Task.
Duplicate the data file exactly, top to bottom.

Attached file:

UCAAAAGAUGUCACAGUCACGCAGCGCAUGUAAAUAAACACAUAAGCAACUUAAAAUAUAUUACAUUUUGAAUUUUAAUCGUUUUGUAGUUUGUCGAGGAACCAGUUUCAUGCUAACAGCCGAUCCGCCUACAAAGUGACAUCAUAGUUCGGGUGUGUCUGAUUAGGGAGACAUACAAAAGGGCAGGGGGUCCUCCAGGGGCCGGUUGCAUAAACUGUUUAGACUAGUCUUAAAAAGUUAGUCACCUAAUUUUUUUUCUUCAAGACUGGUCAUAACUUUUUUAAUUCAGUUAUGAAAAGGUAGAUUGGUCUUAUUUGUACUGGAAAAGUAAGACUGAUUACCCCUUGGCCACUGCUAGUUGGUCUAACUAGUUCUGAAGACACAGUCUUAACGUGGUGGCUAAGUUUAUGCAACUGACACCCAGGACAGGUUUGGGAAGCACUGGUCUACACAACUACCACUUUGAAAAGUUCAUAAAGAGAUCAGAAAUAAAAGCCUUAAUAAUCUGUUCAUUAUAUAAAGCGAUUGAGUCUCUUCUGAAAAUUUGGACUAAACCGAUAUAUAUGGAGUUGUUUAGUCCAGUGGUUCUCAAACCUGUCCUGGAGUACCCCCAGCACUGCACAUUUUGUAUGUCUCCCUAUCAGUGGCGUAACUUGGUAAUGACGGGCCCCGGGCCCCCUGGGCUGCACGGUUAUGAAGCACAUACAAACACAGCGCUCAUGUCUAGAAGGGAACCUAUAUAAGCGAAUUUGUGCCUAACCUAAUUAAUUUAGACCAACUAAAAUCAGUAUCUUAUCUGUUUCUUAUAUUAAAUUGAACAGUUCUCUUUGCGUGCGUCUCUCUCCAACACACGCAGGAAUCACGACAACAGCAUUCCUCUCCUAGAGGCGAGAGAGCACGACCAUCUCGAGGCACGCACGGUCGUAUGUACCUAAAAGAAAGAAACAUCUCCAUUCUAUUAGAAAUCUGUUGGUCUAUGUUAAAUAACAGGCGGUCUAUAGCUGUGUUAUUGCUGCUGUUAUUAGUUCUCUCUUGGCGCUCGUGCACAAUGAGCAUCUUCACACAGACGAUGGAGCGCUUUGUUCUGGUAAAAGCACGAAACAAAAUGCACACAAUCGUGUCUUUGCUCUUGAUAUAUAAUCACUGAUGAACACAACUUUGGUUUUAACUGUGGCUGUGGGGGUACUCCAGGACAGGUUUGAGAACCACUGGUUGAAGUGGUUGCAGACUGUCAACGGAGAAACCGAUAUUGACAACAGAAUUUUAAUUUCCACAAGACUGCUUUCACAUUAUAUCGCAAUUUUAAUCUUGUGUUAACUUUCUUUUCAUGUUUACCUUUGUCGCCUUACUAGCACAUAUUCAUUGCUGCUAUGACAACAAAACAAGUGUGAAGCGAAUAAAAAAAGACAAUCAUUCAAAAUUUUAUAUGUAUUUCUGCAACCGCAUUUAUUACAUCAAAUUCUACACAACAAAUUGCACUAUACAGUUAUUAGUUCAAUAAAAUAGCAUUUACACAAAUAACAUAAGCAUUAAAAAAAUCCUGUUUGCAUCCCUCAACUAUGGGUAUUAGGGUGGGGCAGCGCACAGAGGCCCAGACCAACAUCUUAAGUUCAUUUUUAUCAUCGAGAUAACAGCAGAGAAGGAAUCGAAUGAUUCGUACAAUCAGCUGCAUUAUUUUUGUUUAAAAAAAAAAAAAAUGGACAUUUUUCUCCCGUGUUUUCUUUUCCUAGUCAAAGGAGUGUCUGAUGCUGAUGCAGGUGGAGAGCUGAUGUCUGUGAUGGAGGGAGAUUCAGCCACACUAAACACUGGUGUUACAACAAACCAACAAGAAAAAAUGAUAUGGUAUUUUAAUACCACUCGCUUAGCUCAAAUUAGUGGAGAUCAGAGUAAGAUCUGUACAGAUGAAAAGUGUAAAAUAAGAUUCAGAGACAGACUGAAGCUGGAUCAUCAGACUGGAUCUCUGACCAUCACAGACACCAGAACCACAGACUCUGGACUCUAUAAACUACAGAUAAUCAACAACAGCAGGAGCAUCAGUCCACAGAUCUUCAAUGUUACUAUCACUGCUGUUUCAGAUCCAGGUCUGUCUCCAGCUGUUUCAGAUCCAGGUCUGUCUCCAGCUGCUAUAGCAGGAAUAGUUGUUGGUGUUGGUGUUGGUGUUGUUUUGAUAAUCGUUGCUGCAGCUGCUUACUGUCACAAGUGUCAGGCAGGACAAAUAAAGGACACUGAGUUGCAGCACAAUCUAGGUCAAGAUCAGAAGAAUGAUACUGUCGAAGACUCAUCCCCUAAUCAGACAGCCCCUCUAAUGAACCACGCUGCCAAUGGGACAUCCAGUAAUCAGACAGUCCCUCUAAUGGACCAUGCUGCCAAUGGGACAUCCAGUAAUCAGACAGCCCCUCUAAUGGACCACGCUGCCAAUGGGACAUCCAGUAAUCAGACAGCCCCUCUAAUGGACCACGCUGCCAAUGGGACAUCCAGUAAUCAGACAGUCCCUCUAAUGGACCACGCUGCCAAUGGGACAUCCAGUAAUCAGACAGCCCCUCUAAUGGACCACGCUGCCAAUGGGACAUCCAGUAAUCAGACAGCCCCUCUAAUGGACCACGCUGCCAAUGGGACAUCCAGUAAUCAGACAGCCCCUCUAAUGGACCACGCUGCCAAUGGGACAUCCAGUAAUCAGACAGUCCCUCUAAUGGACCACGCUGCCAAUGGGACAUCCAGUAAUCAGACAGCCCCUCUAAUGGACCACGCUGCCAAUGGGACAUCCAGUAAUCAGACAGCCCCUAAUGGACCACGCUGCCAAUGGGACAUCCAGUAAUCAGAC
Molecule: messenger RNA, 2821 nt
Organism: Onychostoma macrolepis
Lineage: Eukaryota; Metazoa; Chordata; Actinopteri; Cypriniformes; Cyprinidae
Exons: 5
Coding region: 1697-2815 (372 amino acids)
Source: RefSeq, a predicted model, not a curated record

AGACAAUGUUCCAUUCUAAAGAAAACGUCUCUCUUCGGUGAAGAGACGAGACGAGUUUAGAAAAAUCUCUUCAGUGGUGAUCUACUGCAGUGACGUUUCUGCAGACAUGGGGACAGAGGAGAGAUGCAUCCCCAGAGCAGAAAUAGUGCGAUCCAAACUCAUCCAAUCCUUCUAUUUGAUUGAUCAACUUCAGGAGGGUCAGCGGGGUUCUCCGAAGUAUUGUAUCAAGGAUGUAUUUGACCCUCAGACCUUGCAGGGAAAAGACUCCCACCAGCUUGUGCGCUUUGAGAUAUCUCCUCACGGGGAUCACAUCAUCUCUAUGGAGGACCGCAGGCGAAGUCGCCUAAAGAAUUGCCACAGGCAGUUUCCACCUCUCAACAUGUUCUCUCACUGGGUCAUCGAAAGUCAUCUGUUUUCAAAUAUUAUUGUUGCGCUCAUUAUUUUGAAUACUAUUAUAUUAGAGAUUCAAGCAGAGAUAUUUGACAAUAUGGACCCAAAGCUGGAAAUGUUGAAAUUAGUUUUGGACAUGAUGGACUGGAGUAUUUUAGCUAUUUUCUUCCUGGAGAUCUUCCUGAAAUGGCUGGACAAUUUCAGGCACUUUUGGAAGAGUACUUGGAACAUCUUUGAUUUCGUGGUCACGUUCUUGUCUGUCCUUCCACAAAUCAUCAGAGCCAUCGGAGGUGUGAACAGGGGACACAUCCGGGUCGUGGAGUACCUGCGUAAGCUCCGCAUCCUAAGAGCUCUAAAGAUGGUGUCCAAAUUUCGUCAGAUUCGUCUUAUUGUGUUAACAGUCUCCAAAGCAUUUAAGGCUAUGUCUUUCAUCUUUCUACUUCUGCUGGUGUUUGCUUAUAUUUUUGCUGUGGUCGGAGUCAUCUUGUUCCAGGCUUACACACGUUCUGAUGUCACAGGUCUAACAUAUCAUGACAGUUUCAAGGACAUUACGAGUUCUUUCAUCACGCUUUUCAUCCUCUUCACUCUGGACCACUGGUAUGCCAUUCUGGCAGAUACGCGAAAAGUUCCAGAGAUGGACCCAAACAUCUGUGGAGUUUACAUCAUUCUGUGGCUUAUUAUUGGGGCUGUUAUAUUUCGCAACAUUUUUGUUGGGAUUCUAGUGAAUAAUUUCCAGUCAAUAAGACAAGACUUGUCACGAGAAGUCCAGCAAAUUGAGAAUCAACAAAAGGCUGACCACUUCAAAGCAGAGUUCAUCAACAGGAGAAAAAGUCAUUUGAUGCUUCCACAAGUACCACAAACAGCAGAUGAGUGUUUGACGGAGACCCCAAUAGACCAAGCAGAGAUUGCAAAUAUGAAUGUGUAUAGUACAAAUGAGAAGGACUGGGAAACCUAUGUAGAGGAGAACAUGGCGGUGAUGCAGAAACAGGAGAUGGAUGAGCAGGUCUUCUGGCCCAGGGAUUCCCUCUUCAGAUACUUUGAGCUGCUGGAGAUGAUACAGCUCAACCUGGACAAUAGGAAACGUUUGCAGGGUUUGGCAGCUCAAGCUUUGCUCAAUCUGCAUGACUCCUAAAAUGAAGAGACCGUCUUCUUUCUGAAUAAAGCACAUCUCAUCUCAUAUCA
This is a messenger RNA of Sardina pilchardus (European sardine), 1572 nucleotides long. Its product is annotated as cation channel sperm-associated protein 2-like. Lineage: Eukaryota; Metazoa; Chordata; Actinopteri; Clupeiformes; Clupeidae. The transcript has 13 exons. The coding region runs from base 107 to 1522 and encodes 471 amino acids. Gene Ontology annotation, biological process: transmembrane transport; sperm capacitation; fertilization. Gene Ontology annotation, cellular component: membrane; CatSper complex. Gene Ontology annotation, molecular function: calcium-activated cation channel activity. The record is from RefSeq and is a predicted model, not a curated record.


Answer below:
UCAAAAGAUGUCACAGUCACGCAGCGCAUGUAAAUAAACACAUAAGCAACUUAAAAUAUAUUACAUUUUGAAUUUUAAUCGUUUUGUAGUUUGUCGAGGAACCAGUUUCAUGCUAACAGCCGAUCCGCCUACAAAGUGACAUCAUAGUUCGGGUGUGUCUGAUUAGGGAGACAUACAAAAGGGCAGGGGGUCCUCCAGGGGCCGGUUGCAUAAACUGUUUAGACUAGUCUUAAAAAGUUAGUCACCUAAUUUUUUUUCUUCAAGACUGGUCAUAACUUUUUUAAUUCAGUUAUGAAAAGGUAGAUUGGUCUUAUUUGUACUGGAAAAGUAAGACUGAUUACCCCUUGGCCACUGCUAGUUGGUCUAACUAGUUCUGAAGACACAGUCUUAACGUGGUGGCUAAGUUUAUGCAACUGACACCCAGGACAGGUUUGGGAAGCACUGGUCUACACAACUACCACUUUGAAAAGUUCAUAAAGAGAUCAGAAAUAAAAGCCUUAAUAAUCUGUUCAUUAUAUAAAGCGAUUGAGUCUCUUCUGAAAAUUUGGACUAAACCGAUAUAUAUGGAGUUGUUUAGUCCAGUGGUUCUCAAACCUGUCCUGGAGUACCCCCAGCACUGCACAUUUUGUAUGUCUCCCUAUCAGUGGCGUAACUUGGUAAUGACGGGCCCCGGGCCCCCUGGGCUGCACGGUUAUGAAGCACAUACAAACACAGCGCUCAUGUCUAGAAGGGAACCUAUAUAAGCGAAUUUGUGCCUAACCUAAUUAAUUUAGACCAACUAAAAUCAGUAUCUUAUCUGUUUCUUAUAUUAAAUUGAACAGUUCUCUUUGCGUGCGUCUCUCUCCAACACACGCAGGAAUCACGACAACAGCAUUCCUCUCCUAGAGGCGAGAGAGCACGACCAUCUCGAGGCACGCACGGUCGUAUGUACCUAAAAGAAAGAAACAUCUCCAUUCUAUUAGAAAUCUGUUGGUCUAUGUUAAAUAACAGGCGGUCUAUAGCUGUGUUAUUGCUGCUGUUAUUAGUUCUCUCUUGGCGCUCGUGCACAAUGAGCAUCUUCACACAGACGAUGGAGCGCUUUGUUCUGGUAAAAGCACGAAACAAAAUGCACACAAUCGUGUCUUUGCUCUUGAUAUAUAAUCACUGAUGAACACAACUUUGGUUUUAACUGUGGCUGUGGGGGUACUCCAGGACAGGUUUGAGAACCACUGGUUGAAGUGGUUGCAGACUGUCAACGGAGAAACCGAUAUUGACAACAGAAUUUUAAUUUCCACAAGACUGCUUUCACAUUAUAUCGCAAUUUUAAUCUUGUGUUAACUUUCUUUUCAUGUUUACCUUUGUCGCCUUACUAGCACAUAUUCAUUGCUGCUAUGACAACAAAACAAGUGUGAAGCGAAUAAAAAAAGACAAUCAUUCAAAAUUUUAUAUGUAUUUCUGCAACCGCAUUUAUUACAUCAAAUUCUACACAACAAAUUGCACUAUACAGUUAUUAGUUCAAUAAAAUAGCAUUUACACAAAUAACAUAAGCAUUAAAAAAAUCCUGUUUGCAUCCCUCAACUAUGGGUAUUAGGGUGGGGCAGCGCACAGAGGCCCAGACCAACAUCUUAAGUUCAUUUUUAUCAUCGAGAUAACAGCAGAGAAGGAAUCGAAUGAUUCGUACAAUCAGCUGCAUUAUUUUUGUUUAAAAAAAAAAAAAAUGGACAUUUUUCUCCCGUGUUUUCUUUUCCUAGUCAAAGGAGUGUCUGAUGCUGAUGCAGGUGGAGAGCUGAUGUCUGUGAUGGAGGGAGAUUCAGCCACACUAAACACUGGUGUUACAACAAACCAACAAGAAAAAAUGAUAUGGUAUUUUAAUACCACUCGCUUAGCUCAAAUUAGUGGAGAUCAGAGUAAGAUCUGUACAGAUGAAAAGUGUAAAAUAAGAUUCAGAGACAGACUGAAGCUGGAUCAUCAGACUGGAUCUCUGACCAUCACAGACACCAGAACCACAGACUCUGGACUCUAUAAACUACAGAUAAUCAACAACAGCAGGAGCAUCAGUCCACAGAUCUUCAAUGUUACUAUCACUGCUGUUUCAGAUCCAGGUCUGUCUCCAGCUGUUUCAGAUCCAGGUCUGUCUCCAGCUGCUAUAGCAGGAAUAGUUGUUGGUGUUGGUGUUGGUGUUGUUUUGAUAAUCGUUGCUGCAGCUGCUUACUGUCACAAGUGUCAGGCAGGACAAAUAAAGGACACUGAGUUGCAGCACAAUCUAGGUCAAGAUCAGAAGAAUGAUACUGUCGAAGACUCAUCCCCUAAUCAGACAGCCCCUCUAAUGAACCACGCUGCCAAUGGGACAUCCAGUAAUCAGACAGUCCCUCUAAUGGACCAUGCUGCCAAUGGGACAUCCAGUAAUCAGACAGCCCCUCUAAUGGACCACGCUGCCAAUGGGACAUCCAGUAAUCAGACAGCCCCUCUAAUGGACCACGCUGCCAAUGGGACAUCCAGUAAUCAGACAGUCCCUCUAAUGGACCACGCUGCCAAUGGGACAUCCAGUAAUCAGACAGCCCCUCUAAUGGACCACGCUGCCAAUGGGACAUCCAGUAAUCAGACAGCCCCUCUAAUGGACCACGCUGCCAAUGGGACAUCCAGUAAUCAGACAGCCCCUCUAAUGGACCACGCUGCCAAUGGGACAUCCAGUAAUCAGACAGUCCCUCUAAUGGACCACGCUGCCAAUGGGACAUCCAGUAAUCAGACAGCCCCUCUAAUGGACCACGCUGCCAAUGGGACAUCCAGUAAUCAGACAGCCCCUAAUGGACCACGCUGCCAAUGGGACAUCCAGUAAUCAGAC
Molecule: messenger RNA, 2821 nt
Organism: Onychostoma macrolepis
Lineage: Eukaryota; Metazoa; Chordata; Actinopteri; Cypriniformes; Cyprinidae
Exons: 5
Coding region: 1697-2815 (372 amino acids)
Source: RefSeq, a predicted model, not a curated record

AGACAAUGUUCCAUUCUAAAGAAAACGUCUCUCUUCGGUGAAGAGACGAGACGAGUUUAGAAAAAUCUCUUCAGUGGUGAUCUACUGCAGUGACGUUUCUGCAGACAUGGGGACAGAGGAGAGAUGCAUCCCCAGAGCAGAAAUAGUGCGAUCCAAACUCAUCCAAUCCUUCUAUUUGAUUGAUCAACUUCAGGAGGGUCAGCGGGGUUCUCCGAAGUAUUGUAUCAAGGAUGUAUUUGACCCUCAGACCUUGCAGGGAAAAGACUCCCACCAGCUUGUGCGCUUUGAGAUAUCUCCUCACGGGGAUCACAUCAUCUCUAUGGAGGACCGCAGGCGAAGUCGCCUAAAGAAUUGCCACAGGCAGUUUCCACCUCUCAACAUGUUCUCUCACUGGGUCAUCGAAAGUCAUCUGUUUUCAAAUAUUAUUGUUGCGCUCAUUAUUUUGAAUACUAUUAUAUUAGAGAUUCAAGCAGAGAUAUUUGACAAUAUGGACCCAAAGCUGGAAAUGUUGAAAUUAGUUUUGGACAUGAUGGACUGGAGUAUUUUAGCUAUUUUCUUCCUGGAGAUCUUCCUGAAAUGGCUGGACAAUUUCAGGCACUUUUGGAAGAGUACUUGGAACAUCUUUGAUUUCGUGGUCACGUUCUUGUCUGUCCUUCCACAAAUCAUCAGAGCCAUCGGAGGUGUGAACAGGGGACACAUCCGGGUCGUGGAGUACCUGCGUAAGCUCCGCAUCCUAAGAGCUCUAAAGAUGGUGUCCAAAUUUCGUCAGAUUCGUCUUAUUGUGUUAACAGUCUCCAAAGCAUUUAAGGCUAUGUCUUUCAUCUUUCUACUUCUGCUGGUGUUUGCUUAUAUUUUUGCUGUGGUCGGAGUCAUCUUGUUCCAGGCUUACACACGUUCUGAUGUCACAGGUCUAACAUAUCAUGACAGUUUCAAGGACAUUACGAGUUCUUUCAUCACGCUUUUCAUCCUCUUCACUCUGGACCACUGGUAUGCCAUUCUGGCAGAUACGCGAAAAGUUCCAGAGAUGGACCCAAACAUCUGUGGAGUUUACAUCAUUCUGUGGCUUAUUAUUGGGGCUGUUAUAUUUCGCAACAUUUUUGUUGGGAUUCUAGUGAAUAAUUUCCAGUCAAUAAGACAAGACUUGUCACGAGAAGUCCAGCAAAUUGAGAAUCAACAAAAGGCUGACCACUUCAAAGCAGAGUUCAUCAACAGGAGAAAAAGUCAUUUGAUGCUUCCACAAGUACCACAAACAGCAGAUGAGUGUUUGACGGAGACCCCAAUAGACCAAGCAGAGAUUGCAAAUAUGAAUGUGUAUAGUACAAAUGAGAAGGACUGGGAAACCUAUGUAGAGGAGAACAUGGCGGUGAUGCAGAAACAGGAGAUGGAUGAGCAGGUCUUCUGGCCCAGGGAUUCCCUCUUCAGAUACUUUGAGCUGCUGGAGAUGAUACAGCUCAACCUGGACAAUAGGAAACGUUUGCAGGGUUUGGCAGCUCAAGCUUUGCUCAAUCUGCAUGACUCCUAAAAUGAAGAGACCGUCUUCUUUCUGAAUAAAGCACAUCUCAUCUCAUAUCA
This is a messenger RNA of Sardina pilchardus (European sardine), 1572 nucleotides long. Its product is annotated as cation channel sperm-associated protein 2-like. Lineage: Eukaryota; Metazoa; Chordata; Actinopteri; Clupeiformes; Clupeidae. The transcript has 13 exons. The coding region runs from base 107 to 1522 and encodes 471 amino acids. Gene Ontology annotation, biological process: transmembrane transport; sperm capacitation; fertilization. Gene Ontology annotation, cellular component: membrane; CatSper complex. Gene Ontology annotation, molecular function: calcium-activated cation channel activity. The record is from RefSeq and is a predicted model, not a curated record.